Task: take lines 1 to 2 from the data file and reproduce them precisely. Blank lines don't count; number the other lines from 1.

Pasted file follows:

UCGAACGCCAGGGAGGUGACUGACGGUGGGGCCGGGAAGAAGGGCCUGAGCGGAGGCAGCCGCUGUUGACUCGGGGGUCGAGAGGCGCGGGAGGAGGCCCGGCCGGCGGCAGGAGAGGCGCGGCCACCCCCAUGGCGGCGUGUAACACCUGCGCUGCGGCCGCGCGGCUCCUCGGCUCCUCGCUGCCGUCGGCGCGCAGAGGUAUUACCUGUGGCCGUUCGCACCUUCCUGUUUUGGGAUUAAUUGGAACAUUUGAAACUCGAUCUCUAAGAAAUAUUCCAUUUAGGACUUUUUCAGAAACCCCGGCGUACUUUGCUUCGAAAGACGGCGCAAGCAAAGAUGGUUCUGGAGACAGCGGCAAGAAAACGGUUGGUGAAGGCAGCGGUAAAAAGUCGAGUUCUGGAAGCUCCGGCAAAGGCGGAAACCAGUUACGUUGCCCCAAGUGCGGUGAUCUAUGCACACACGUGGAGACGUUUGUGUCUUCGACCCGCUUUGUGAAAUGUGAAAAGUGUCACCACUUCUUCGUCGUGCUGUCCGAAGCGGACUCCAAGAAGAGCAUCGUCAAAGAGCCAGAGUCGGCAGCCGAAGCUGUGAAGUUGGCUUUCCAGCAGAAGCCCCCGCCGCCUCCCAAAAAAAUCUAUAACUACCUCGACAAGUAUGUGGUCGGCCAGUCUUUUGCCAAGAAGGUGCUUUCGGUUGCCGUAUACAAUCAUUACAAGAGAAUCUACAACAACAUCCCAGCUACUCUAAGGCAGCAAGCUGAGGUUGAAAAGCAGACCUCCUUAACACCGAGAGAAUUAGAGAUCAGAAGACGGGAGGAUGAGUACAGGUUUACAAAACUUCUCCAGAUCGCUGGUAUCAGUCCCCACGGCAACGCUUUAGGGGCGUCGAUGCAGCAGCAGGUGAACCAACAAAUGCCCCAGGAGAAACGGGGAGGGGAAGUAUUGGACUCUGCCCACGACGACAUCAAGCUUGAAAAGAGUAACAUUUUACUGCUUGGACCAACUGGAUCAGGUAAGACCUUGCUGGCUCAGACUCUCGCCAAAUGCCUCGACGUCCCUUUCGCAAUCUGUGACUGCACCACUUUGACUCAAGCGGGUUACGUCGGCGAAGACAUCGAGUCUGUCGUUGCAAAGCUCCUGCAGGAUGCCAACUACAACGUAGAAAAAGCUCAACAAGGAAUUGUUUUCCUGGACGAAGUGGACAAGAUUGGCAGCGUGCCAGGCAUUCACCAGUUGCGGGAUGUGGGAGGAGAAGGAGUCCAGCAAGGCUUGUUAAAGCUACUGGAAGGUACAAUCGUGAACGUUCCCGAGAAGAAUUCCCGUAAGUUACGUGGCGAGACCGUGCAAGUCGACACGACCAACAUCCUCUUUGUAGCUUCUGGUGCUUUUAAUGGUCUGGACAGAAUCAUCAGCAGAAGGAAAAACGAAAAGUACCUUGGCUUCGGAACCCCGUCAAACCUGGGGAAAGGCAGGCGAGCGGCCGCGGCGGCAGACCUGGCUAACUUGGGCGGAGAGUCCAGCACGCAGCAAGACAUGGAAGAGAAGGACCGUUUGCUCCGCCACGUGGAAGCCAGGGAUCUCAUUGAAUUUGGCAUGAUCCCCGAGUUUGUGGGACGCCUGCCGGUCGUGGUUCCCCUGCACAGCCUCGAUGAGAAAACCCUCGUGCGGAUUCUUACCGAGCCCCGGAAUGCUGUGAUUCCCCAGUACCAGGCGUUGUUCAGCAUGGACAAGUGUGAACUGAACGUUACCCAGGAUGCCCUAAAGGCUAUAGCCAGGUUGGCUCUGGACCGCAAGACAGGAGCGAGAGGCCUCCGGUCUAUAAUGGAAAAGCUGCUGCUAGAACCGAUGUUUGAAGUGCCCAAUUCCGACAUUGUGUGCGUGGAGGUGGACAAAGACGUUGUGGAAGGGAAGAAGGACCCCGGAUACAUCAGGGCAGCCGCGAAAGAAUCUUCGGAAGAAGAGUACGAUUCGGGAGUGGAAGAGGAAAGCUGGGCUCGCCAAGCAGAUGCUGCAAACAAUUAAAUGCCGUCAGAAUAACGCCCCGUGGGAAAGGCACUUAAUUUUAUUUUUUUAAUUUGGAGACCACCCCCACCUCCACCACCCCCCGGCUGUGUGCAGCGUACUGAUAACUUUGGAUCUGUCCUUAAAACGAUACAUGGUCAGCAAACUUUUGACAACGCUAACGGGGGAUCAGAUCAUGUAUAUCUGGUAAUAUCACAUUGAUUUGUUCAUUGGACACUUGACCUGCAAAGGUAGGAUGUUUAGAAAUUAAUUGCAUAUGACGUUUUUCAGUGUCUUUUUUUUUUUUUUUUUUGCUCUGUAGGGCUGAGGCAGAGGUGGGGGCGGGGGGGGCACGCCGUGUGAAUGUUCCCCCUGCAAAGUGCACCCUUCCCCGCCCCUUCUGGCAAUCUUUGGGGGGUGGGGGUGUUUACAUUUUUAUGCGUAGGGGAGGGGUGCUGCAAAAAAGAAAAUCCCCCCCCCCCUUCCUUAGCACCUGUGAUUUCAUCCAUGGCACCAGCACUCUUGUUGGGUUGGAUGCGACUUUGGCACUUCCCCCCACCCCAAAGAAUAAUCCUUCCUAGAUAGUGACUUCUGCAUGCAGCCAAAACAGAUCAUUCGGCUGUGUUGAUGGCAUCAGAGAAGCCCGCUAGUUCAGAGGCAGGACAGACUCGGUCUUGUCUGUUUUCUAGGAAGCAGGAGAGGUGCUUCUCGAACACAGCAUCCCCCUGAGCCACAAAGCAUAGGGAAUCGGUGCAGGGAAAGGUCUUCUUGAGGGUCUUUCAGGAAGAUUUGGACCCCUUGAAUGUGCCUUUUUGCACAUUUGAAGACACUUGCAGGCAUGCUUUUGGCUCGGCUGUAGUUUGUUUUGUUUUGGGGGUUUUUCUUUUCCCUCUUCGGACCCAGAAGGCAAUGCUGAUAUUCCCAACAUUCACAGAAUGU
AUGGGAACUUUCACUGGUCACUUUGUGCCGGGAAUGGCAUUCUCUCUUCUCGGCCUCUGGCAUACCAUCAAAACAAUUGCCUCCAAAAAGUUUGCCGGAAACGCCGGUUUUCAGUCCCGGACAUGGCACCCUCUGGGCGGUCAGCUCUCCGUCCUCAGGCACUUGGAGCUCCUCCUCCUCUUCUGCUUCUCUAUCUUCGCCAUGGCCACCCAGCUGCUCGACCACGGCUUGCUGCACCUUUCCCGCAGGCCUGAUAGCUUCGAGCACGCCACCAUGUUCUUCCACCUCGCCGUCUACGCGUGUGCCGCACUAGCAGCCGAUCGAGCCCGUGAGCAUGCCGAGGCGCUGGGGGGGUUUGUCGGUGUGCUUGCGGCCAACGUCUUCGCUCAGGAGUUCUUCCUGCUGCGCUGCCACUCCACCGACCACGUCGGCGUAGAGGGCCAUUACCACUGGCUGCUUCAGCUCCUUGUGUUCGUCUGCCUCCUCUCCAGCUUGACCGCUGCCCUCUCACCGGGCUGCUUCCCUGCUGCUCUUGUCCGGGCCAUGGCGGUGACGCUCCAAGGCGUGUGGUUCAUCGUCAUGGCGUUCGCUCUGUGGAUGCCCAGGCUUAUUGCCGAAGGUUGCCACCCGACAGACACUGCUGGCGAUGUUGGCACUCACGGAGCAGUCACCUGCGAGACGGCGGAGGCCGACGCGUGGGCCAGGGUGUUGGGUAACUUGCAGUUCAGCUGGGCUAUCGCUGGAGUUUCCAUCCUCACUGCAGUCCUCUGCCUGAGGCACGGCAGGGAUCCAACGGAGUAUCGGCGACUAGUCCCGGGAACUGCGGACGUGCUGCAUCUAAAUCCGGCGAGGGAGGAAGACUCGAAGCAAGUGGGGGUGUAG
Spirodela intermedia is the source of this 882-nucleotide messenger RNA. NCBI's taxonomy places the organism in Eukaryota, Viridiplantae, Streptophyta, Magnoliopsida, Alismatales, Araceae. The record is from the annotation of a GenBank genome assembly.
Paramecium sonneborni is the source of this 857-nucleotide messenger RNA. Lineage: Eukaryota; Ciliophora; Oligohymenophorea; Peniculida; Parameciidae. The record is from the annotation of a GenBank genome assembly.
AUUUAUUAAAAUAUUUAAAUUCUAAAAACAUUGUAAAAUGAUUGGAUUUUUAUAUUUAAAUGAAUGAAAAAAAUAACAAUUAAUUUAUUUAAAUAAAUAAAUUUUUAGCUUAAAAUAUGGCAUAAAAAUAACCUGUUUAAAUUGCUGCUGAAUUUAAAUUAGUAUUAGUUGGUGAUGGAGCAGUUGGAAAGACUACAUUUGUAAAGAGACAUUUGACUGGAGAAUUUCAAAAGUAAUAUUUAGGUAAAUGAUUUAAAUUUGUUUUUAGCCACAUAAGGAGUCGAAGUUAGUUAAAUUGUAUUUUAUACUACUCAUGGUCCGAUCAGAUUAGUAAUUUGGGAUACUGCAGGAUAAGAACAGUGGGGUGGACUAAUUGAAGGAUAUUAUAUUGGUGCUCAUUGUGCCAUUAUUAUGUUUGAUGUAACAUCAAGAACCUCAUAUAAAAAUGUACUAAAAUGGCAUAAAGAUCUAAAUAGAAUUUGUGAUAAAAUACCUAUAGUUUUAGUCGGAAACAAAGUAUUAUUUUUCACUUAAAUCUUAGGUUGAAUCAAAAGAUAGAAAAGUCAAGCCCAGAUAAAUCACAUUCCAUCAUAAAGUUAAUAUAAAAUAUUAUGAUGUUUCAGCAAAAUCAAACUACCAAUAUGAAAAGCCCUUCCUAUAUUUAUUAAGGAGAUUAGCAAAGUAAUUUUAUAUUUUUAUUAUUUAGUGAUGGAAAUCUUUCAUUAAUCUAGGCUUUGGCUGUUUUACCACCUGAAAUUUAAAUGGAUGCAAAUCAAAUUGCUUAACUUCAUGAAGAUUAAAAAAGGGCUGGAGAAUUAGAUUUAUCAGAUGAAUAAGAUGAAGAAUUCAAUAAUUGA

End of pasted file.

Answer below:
UCGAACGCCAGGGAGGUGACUGACGGUGGGGCCGGGAAGAAGGGCCUGAGCGGAGGCAGCCGCUGUUGACUCGGGGGUCGAGAGGCGCGGGAGGAGGCCCGGCCGGCGGCAGGAGAGGCGCGGCCACCCCCAUGGCGGCGUGUAACACCUGCGCUGCGGCCGCGCGGCUCCUCGGCUCCUCGCUGCCGUCGGCGCGCAGAGGUAUUACCUGUGGCCGUUCGCACCUUCCUGUUUUGGGAUUAAUUGGAACAUUUGAAACUCGAUCUCUAAGAAAUAUUCCAUUUAGGACUUUUUCAGAAACCCCGGCGUACUUUGCUUCGAAAGACGGCGCAAGCAAAGAUGGUUCUGGAGACAGCGGCAAGAAAACGGUUGGUGAAGGCAGCGGUAAAAAGUCGAGUUCUGGAAGCUCCGGCAAAGGCGGAAACCAGUUACGUUGCCCCAAGUGCGGUGAUCUAUGCACACACGUGGAGACGUUUGUGUCUUCGACCCGCUUUGUGAAAUGUGAAAAGUGUCACCACUUCUUCGUCGUGCUGUCCGAAGCGGACUCCAAGAAGAGCAUCGUCAAAGAGCCAGAGUCGGCAGCCGAAGCUGUGAAGUUGGCUUUCCAGCAGAAGCCCCCGCCGCCUCCCAAAAAAAUCUAUAACUACCUCGACAAGUAUGUGGUCGGCCAGUCUUUUGCCAAGAAGGUGCUUUCGGUUGCCGUAUACAAUCAUUACAAGAGAAUCUACAACAACAUCCCAGCUACUCUAAGGCAGCAAGCUGAGGUUGAAAAGCAGACCUCCUUAACACCGAGAGAAUUAGAGAUCAGAAGACGGGAGGAUGAGUACAGGUUUACAAAACUUCUCCAGAUCGCUGGUAUCAGUCCCCACGGCAACGCUUUAGGGGCGUCGAUGCAGCAGCAGGUGAACCAACAAAUGCCCCAGGAGAAACGGGGAGGGGAAGUAUUGGACUCUGCCCACGACGACAUCAAGCUUGAAAAGAGUAACAUUUUACUGCUUGGACCAACUGGAUCAGGUAAGACCUUGCUGGCUCAGACUCUCGCCAAAUGCCUCGACGUCCCUUUCGCAAUCUGUGACUGCACCACUUUGACUCAAGCGGGUUACGUCGGCGAAGACAUCGAGUCUGUCGUUGCAAAGCUCCUGCAGGAUGCCAACUACAACGUAGAAAAAGCUCAACAAGGAAUUGUUUUCCUGGACGAAGUGGACAAGAUUGGCAGCGUGCCAGGCAUUCACCAGUUGCGGGAUGUGGGAGGAGAAGGAGUCCAGCAAGGCUUGUUAAAGCUACUGGAAGGUACAAUCGUGAACGUUCCCGAGAAGAAUUCCCGUAAGUUACGUGGCGAGACCGUGCAAGUCGACACGACCAACAUCCUCUUUGUAGCUUCUGGUGCUUUUAAUGGUCUGGACAGAAUCAUCAGCAGAAGGAAAAACGAAAAGUACCUUGGCUUCGGAACCCCGUCAAACCUGGGGAAAGGCAGGCGAGCGGCCGCGGCGGCAGACCUGGCUAACUUGGGCGGAGAGUCCAGCACGCAGCAAGACAUGGAAGAGAAGGACCGUUUGCUCCGCCACGUGGAAGCCAGGGAUCUCAUUGAAUUUGGCAUGAUCCCCGAGUUUGUGGGACGCCUGCCGGUCGUGGUUCCCCUGCACAGCCUCGAUGAGAAAACCCUCGUGCGGAUUCUUACCGAGCCCCGGAAUGCUGUGAUUCCCCAGUACCAGGCGUUGUUCAGCAUGGACAAGUGUGAACUGAACGUUACCCAGGAUGCCCUAAAGGCUAUAGCCAGGUUGGCUCUGGACCGCAAGACAGGAGCGAGAGGCCUCCGGUCUAUAAUGGAAAAGCUGCUGCUAGAACCGAUGUUUGAAGUGCCCAAUUCCGACAUUGUGUGCGUGGAGGUGGACAAAGACGUUGUGGAAGGGAAGAAGGACCCCGGAUACAUCAGGGCAGCCGCGAAAGAAUCUUCGGAAGAAGAGUACGAUUCGGGAGUGGAAGAGGAAAGCUGGGCUCGCCAAGCAGAUGCUGCAAACAAUUAAAUGCCGUCAGAAUAACGCCCCGUGGGAAAGGCACUUAAUUUUAUUUUUUUAAUUUGGAGACCACCCCCACCUCCACCACCCCCCGGCUGUGUGCAGCGUACUGAUAACUUUGGAUCUGUCCUUAAAACGAUACAUGGUCAGCAAACUUUUGACAACGCUAACGGGGGAUCAGAUCAUGUAUAUCUGGUAAUAUCACAUUGAUUUGUUCAUUGGACACUUGACCUGCAAAGGUAGGAUGUUUAGAAAUUAAUUGCAUAUGACGUUUUUCAGUGUCUUUUUUUUUUUUUUUUUUGCUCUGUAGGGCUGAGGCAGAGGUGGGGGCGGGGGGGGCACGCCGUGUGAAUGUUCCCCCUGCAAAGUGCACCCUUCCCCGCCCCUUCUGGCAAUCUUUGGGGGGUGGGGGUGUUUACAUUUUUAUGCGUAGGGGAGGGGUGCUGCAAAAAAGAAAAUCCCCCCCCCCCUUCCUUAGCACCUGUGAUUUCAUCCAUGGCACCAGCACUCUUGUUGGGUUGGAUGCGACUUUGGCACUUCCCCCCACCCCAAAGAAUAAUCCUUCCUAGAUAGUGACUUCUGCAUGCAGCCAAAACAGAUCAUUCGGCUGUGUUGAUGGCAUCAGAGAAGCCCGCUAGUUCAGAGGCAGGACAGACUCGGUCUUGUCUGUUUUCUAGGAAGCAGGAGAGGUGCUUCUCGAACACAGCAUCCCCCUGAGCCACAAAGCAUAGGGAAUCGGUGCAGGGAAAGGUCUUCUUGAGGGUCUUUCAGGAAGAUUUGGACCCCUUGAAUGUGCCUUUUUGCACAUUUGAAGACACUUGCAGGCAUGCUUUUGGCUCGGCUGUAGUUUGUUUUGUUUUGGGGGUUUUUCUUUUCCCUCUUCGGACCCAGAAGGCAAUGCUGAUAUUCCCAACAUUCACAGAAUGU
AUGGGAACUUUCACUGGUCACUUUGUGCCGGGAAUGGCAUUCUCUCUUCUCGGCCUCUGGCAUACCAUCAAAACAAUUGCCUCCAAAAAGUUUGCCGGAAACGCCGGUUUUCAGUCCCGGACAUGGCACCCUCUGGGCGGUCAGCUCUCCGUCCUCAGGCACUUGGAGCUCCUCCUCCUCUUCUGCUUCUCUAUCUUCGCCAUGGCCACCCAGCUGCUCGACCACGGCUUGCUGCACCUUUCCCGCAGGCCUGAUAGCUUCGAGCACGCCACCAUGUUCUUCCACCUCGCCGUCUACGCGUGUGCCGCACUAGCAGCCGAUCGAGCCCGUGAGCAUGCCGAGGCGCUGGGGGGGUUUGUCGGUGUGCUUGCGGCCAACGUCUUCGCUCAGGAGUUCUUCCUGCUGCGCUGCCACUCCACCGACCACGUCGGCGUAGAGGGCCAUUACCACUGGCUGCUUCAGCUCCUUGUGUUCGUCUGCCUCCUCUCCAGCUUGACCGCUGCCCUCUCACCGGGCUGCUUCCCUGCUGCUCUUGUCCGGGCCAUGGCGGUGACGCUCCAAGGCGUGUGGUUCAUCGUCAUGGCGUUCGCUCUGUGGAUGCCCAGGCUUAUUGCCGAAGGUUGCCACCCGACAGACACUGCUGGCGAUGUUGGCACUCACGGAGCAGUCACCUGCGAGACGGCGGAGGCCGACGCGUGGGCCAGGGUGUUGGGUAACUUGCAGUUCAGCUGGGCUAUCGCUGGAGUUUCCAUCCUCACUGCAGUCCUCUGCCUGAGGCACGGCAGGGAUCCAACGGAGUAUCGGCGACUAGUCCCGGGAACUGCGGACGUGCUGCAUCUAAAUCCGGCGAGGGAGGAAGACUCGAAGCAAGUGGGGGUGUAG